Lebanese closes notorious jail block holding militants
BEIRUT (AP) — Lebanese forces transferred detainees Monday from a notorious jail block where militant Islamists were being held after an investigation suggested that a recent suicide bombing was directed from the facility, the interior minister said.
The clearing of Block B of the Roumieh prison came after years of warnings that the overcrowded section was a meeting point for militants to plot attacks and strengthen networks. Prisoners were known to call into TV shows using mobile phones smuggled into the facility, where many detainees were held without trial.
But political squabbling over the prison north of Beirut kept it untouched, until a groundswell of support for action emerged after suicide bombings on Saturday that killed nine people.
“We have ended the legend that was Roumieh prison,” Interior Minister Nouhad Machnouk told a press conference. “All the stories you have heard through the years... of the operations room in Roumieh prison that undertook many terrorist operations in Lebanon, and which is in touch with terrorist bases in the region, has ended today.”
As the operation began, some prisoners burned their mattresses and officials said security forces used tear gas. Local reporters said they heard the sound of gunfire, ambulances raced in and out, and helicopters hovered overhead. It was not immediately clear if anyone was seriously wounded in the operation.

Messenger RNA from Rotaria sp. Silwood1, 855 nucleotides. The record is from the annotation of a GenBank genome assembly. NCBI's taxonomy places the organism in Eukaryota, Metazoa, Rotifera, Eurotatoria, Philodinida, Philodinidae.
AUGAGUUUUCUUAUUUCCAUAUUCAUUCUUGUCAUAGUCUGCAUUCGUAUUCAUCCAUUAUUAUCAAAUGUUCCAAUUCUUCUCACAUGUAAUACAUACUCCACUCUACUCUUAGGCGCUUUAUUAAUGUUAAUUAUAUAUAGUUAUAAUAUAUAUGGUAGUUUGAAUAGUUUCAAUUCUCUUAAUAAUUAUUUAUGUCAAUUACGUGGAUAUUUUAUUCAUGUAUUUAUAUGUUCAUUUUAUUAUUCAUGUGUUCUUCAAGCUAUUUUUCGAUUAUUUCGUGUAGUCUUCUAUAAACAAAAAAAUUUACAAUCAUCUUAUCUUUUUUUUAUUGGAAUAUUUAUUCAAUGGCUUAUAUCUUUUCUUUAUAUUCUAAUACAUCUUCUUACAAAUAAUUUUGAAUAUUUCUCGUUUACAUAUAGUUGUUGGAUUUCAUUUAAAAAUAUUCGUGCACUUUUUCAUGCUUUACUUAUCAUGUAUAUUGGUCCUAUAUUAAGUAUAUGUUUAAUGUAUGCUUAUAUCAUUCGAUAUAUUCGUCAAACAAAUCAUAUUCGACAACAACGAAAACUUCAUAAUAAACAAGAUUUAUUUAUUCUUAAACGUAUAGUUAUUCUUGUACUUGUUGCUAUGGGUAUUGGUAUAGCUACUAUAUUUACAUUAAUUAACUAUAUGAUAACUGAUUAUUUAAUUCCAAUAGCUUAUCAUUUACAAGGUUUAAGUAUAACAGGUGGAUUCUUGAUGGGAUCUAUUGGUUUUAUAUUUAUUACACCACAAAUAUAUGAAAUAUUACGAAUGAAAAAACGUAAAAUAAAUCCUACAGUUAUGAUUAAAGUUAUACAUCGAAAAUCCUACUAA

Syria’s al-Qaida affiliate, the Nusra Front, claimed responsibility for Saturday’s attack in Tripoli’s predominantly Alawite neighborhood of Jabal Mohsen, saying it was a twin suicide attack. The interior minister said the bombings were carried out by the Islamic State, a rival jihadi group.
“A big part of the operation that happened in Jabal Mohsen was directed from Block B,” Machnouk said.
Lebanon has seen several attacks in recent years linked to the war in neighboring Syria, which has exacerbated tensions between Lebanon’s Sunnis and Shiites.
Many Sunnis support the uprising against President Bashar Assad, while the powerful Shiite movement Hezbollah has sent fighters to aid his forces. The tensions have paralyzed Lebanon’s parliament, making it virtually impossible to address issues like the Roumieh prison.
The Block B prisoners were transferred to Block D, which a security official said was renovated and had better security. The official spoke on condition of anonymity because he wasn’t authorized to speak to the media. The interior minister said the government expected to build a better prison to hold the Islamists within three years.
Associated Press writer Bassem Mroue contributed reporting.